I also recommend Severiano Teixeira’s “O poder e a guerra, 1914-1918. Objectivos Nacionais e Estratégias Políticas na entrada de Portugal na Grande Guerra” (Estampa, Lisbon, 1996). Good overall perspective, even if a bit dry sometimes.

Not on specifically military matters, but a good book on the little-know history of the sometimes tricky relationship between the two Iberian neighbours anyway, "Na encruzilhada da Grande Guerra. Portugal-Espanha 1914-1918" (Estampa, Lisbon, 1980 - I believe it has been reprinted at least twice), by a noted Spanish expert on the subject, Hipolito de la Torre Gómez, who has written several books including the seminal "La Relación peninsular en la antecámara de la guerra civil de España (1931-1936)" (UNED, Mérida, 1988).

If you are interested in diplomatic history, try the book written by José Medeiros Ferreira, “Portugal na Conferência de Paz. Paris 1919” (Quetzal, Lisbon, 1992). It is a well balanced account of the Portuguese participation and aims at the famous Paris peace conference of 1919, when the entire world had its eyes set on the French capital. This book is now hard to find.

Between the military dictatorship and the early years of the Estado Novo:
A valuable work, minutely detailed and full of useful cross references, but perhaps a bit hermetic (the text is literally crammed with details) to many but those with a deep knowledge of the Byzantine meanders of Portuguese politics during the last years of the I Republic and shortly afterwards the putsch of 1926, is Luís Farinha “O Reviralho: revoltas republicanas contra a Ditadura e o Estado Novo 1926 – 1940” (Estampa, Lisbon, 1998). The author explains how the military dictatorship was kept busy by the many attempts to overthrown the regime, planned and in some instances put in motion, by those who wanted to restore parliamentary legality. Just a side note: this book, as others from the same series, is printed in the infamous easy-to-fall-into-pieces paperback style the publisher seems to have clung to. While this was acceptable in the late 1980s, now it is annoying, chiefly when one compares these with the current Spanish and Portuguese standards for non-fiction and academic essay.

Please expect more soon.
Cheers,

Ruy

This post has been edited by Ruy Aballe on September 13, 2006 07:14 pm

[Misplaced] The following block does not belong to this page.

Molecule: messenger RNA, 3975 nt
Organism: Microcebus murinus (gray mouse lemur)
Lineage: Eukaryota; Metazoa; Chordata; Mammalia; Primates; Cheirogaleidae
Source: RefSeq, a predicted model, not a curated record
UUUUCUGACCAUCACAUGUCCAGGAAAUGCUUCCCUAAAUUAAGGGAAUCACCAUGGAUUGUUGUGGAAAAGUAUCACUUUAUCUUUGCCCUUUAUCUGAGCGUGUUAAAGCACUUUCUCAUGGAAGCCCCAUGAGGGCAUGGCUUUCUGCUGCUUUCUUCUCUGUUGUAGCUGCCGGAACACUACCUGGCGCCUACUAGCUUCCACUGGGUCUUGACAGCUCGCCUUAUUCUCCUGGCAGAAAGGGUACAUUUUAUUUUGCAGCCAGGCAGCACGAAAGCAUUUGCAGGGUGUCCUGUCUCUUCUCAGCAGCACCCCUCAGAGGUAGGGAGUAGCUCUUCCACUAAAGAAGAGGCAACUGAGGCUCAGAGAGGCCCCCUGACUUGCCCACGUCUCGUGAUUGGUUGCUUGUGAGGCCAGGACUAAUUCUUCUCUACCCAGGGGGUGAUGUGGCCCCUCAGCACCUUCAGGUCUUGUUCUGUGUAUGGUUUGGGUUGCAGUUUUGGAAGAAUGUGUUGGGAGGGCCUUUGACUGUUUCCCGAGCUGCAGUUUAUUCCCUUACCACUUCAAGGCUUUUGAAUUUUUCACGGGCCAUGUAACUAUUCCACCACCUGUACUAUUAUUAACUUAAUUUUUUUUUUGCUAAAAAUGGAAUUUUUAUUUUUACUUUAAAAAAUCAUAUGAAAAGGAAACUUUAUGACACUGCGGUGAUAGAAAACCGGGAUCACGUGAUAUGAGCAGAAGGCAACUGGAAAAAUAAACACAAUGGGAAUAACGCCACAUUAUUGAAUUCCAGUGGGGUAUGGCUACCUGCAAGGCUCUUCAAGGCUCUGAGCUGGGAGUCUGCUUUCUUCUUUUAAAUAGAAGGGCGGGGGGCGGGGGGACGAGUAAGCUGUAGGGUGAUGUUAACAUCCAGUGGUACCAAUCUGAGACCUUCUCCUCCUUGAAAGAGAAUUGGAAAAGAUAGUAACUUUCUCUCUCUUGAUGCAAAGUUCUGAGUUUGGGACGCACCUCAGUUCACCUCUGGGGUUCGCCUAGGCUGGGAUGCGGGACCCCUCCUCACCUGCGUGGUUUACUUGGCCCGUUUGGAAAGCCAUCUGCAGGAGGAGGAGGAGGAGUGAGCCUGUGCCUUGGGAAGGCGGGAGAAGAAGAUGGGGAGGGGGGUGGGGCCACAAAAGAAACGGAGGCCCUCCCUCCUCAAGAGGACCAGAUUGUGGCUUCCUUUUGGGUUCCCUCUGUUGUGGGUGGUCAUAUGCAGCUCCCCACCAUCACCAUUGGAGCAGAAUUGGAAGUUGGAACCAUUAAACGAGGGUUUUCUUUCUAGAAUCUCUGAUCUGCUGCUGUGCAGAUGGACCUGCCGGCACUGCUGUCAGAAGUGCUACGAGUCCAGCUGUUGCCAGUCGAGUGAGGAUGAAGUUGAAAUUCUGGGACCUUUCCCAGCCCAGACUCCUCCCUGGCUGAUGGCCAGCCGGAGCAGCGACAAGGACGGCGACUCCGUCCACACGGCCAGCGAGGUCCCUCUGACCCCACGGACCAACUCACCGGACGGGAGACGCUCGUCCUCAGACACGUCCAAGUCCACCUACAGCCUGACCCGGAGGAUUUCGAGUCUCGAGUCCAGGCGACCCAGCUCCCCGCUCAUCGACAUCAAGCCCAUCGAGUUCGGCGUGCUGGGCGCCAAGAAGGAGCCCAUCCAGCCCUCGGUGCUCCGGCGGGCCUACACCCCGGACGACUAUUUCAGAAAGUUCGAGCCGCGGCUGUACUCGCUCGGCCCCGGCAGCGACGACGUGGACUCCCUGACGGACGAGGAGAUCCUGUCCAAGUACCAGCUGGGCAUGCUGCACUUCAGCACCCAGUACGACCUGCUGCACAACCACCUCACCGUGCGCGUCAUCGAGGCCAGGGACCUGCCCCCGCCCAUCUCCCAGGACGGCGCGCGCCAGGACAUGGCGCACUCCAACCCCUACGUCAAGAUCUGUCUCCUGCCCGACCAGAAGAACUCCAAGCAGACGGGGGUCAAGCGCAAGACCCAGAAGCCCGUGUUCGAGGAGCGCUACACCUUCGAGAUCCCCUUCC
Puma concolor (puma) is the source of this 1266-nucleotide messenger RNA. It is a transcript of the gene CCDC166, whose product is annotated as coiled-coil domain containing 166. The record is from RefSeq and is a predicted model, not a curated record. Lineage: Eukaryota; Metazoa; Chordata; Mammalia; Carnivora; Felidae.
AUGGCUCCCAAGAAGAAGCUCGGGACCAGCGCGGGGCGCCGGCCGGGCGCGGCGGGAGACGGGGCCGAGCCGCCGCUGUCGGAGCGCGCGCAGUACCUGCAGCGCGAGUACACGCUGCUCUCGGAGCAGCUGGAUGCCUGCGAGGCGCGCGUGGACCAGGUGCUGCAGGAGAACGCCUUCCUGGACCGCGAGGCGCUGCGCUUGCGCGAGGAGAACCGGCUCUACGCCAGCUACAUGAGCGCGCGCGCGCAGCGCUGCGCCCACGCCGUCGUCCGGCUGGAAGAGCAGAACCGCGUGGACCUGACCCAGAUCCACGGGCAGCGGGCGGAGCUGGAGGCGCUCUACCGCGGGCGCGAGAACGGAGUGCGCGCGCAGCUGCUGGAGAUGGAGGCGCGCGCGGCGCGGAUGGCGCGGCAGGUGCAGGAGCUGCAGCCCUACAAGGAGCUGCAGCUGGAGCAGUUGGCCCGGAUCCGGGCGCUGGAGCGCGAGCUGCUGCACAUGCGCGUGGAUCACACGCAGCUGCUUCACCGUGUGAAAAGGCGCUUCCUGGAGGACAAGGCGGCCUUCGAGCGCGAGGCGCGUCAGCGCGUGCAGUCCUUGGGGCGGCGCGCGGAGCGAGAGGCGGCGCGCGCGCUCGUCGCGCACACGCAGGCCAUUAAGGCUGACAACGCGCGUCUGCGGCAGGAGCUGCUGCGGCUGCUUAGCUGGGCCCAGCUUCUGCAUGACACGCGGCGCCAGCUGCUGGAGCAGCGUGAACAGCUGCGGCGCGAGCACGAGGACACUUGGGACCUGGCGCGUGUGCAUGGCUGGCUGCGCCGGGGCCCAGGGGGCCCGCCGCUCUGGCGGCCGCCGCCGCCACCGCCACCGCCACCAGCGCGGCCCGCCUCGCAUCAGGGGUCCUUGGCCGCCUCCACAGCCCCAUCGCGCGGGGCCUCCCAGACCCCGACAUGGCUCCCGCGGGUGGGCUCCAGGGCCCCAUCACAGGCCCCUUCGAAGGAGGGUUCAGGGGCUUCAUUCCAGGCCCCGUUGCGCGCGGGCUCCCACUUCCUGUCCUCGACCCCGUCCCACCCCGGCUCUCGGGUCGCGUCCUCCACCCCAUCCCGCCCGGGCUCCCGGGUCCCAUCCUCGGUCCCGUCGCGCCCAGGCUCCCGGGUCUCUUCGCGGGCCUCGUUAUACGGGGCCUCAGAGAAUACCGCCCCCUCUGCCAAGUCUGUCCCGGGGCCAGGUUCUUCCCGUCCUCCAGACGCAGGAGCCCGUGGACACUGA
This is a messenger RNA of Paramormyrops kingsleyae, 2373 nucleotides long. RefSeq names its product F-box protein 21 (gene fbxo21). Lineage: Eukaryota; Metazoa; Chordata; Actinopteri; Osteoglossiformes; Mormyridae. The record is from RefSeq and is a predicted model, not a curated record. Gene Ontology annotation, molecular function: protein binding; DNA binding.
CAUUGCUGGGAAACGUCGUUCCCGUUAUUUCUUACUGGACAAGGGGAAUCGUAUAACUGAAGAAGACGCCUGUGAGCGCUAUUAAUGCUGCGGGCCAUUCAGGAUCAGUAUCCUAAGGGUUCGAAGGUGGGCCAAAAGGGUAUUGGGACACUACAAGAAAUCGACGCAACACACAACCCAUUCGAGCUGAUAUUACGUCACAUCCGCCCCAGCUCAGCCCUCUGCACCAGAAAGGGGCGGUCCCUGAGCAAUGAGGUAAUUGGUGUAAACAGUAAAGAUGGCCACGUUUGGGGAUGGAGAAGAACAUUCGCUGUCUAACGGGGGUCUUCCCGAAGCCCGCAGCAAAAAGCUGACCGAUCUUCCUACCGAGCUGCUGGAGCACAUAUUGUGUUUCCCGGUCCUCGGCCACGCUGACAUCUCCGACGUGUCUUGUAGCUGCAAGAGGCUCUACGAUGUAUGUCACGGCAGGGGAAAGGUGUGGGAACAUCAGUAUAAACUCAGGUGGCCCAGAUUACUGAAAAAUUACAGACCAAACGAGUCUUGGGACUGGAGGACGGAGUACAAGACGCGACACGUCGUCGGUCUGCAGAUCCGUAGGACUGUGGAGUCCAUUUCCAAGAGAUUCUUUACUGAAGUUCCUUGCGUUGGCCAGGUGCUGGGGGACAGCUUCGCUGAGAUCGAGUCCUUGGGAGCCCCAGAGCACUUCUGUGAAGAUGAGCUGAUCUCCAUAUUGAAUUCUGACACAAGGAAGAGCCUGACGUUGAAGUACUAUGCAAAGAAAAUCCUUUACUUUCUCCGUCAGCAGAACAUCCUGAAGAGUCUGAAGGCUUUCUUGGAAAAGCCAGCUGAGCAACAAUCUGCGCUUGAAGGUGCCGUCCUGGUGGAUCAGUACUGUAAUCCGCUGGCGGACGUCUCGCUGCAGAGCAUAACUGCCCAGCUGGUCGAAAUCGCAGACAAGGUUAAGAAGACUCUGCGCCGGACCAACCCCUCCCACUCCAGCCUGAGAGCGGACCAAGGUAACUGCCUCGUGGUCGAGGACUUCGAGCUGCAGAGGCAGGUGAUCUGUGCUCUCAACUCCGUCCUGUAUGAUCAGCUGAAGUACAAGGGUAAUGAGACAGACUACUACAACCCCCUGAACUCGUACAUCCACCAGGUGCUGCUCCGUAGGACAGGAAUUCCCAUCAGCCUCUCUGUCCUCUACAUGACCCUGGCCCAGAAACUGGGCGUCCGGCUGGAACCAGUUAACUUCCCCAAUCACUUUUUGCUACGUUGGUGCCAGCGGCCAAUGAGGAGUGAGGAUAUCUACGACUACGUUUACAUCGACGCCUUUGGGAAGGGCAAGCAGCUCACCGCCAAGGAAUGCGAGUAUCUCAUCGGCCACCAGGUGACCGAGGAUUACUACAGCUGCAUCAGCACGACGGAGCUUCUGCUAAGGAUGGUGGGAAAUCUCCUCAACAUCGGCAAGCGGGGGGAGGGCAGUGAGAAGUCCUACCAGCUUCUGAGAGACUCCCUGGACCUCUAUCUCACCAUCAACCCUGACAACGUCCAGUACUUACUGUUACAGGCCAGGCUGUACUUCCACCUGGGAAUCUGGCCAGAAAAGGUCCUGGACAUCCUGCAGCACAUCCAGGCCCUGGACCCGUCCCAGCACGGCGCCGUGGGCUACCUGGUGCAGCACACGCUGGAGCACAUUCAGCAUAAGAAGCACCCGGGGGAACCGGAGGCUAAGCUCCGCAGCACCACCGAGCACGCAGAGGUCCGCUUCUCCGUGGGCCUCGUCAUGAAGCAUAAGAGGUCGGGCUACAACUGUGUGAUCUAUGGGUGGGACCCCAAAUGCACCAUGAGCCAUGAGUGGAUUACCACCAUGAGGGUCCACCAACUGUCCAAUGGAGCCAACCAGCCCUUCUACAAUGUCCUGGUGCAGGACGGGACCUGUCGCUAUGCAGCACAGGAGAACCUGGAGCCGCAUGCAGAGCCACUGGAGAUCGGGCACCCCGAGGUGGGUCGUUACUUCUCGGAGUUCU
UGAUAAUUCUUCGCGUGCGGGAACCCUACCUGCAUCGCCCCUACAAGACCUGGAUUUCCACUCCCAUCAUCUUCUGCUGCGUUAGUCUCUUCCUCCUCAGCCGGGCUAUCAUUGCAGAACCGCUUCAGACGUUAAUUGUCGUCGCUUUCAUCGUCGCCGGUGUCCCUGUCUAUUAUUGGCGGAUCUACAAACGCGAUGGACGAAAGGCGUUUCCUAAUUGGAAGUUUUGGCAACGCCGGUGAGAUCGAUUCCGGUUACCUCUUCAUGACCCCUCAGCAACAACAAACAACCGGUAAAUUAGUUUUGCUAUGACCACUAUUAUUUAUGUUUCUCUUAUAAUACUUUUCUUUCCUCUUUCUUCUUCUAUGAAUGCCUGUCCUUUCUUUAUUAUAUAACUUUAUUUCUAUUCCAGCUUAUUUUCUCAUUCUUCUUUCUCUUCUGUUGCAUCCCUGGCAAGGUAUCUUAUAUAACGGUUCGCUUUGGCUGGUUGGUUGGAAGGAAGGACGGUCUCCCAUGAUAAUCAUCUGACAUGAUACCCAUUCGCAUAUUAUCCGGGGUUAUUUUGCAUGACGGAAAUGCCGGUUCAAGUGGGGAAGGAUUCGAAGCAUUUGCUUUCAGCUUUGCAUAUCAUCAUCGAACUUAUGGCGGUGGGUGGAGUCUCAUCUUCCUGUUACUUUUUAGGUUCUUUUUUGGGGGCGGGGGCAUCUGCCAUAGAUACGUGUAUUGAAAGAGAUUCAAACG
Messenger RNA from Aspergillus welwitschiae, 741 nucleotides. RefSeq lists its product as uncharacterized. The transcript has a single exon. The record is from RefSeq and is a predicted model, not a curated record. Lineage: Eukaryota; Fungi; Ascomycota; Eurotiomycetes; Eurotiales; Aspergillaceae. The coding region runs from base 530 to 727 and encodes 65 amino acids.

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saudadesdefrancesinhas
Posted: September 13, 2006 08:07 pm
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Thanks a lot for this help Ruy,

I tried to get into the Military Museum one day when I was in Lisbon, unfortunately I picked the day June 13th to visit, and I remember this because it is the date of my Birthday, and it was closed because it was St. Antonio's day. This was a bit annoying, especially as since I have never got back as I planned.

I have heard before that the Portuguese authorities had trouble cataloguing all that they have, this seems to happen in many countries

It sounds like I will have to attempt to obtain the book on the Portuguese soldiers in Africa. I found an essay about the life of the Portuguese soldier in the trenches in Flanders in a collection I bought called 'Portugal e A Guerra', edited by Nuno Severiano Teixeira I think. I have been thinking of orientating my research towards dealing with Anglo-Portuguese military relations, simply because living in the UK it will probably be easier if some of the material at least is in UK archives. The books you suggested about the diplomatic situation of Portugal will perhaps be helpful in this.

Have you ever seen the book 'Nova Historia Militar de Portugal' edited by Nuno Severiano Teixeira, published by the Circulo de Leitores (I think) in Porto. I came across it while browsing an internet bookshop site, there are three big volumes, it is expensive. I was wondering if it is worth the outlay (about 150$).

I found another interesting little book about the Portuguese Army in this period, by General A Ilharco, called 'Memorias: Alguns Apontamentos sobre a Influencia da Politica no Exercito', Porto 1926. There are some interesting and almost comic incidents described in this book, I will have to get that other study about reviralhismo and see if it tells me more about General Ilharco. :)
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Ruy Aballe
Posted: September 15, 2006 11:32 am
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QUOTE (saudadesdefrancesinhas @ September 13, 2006 08:07 pm)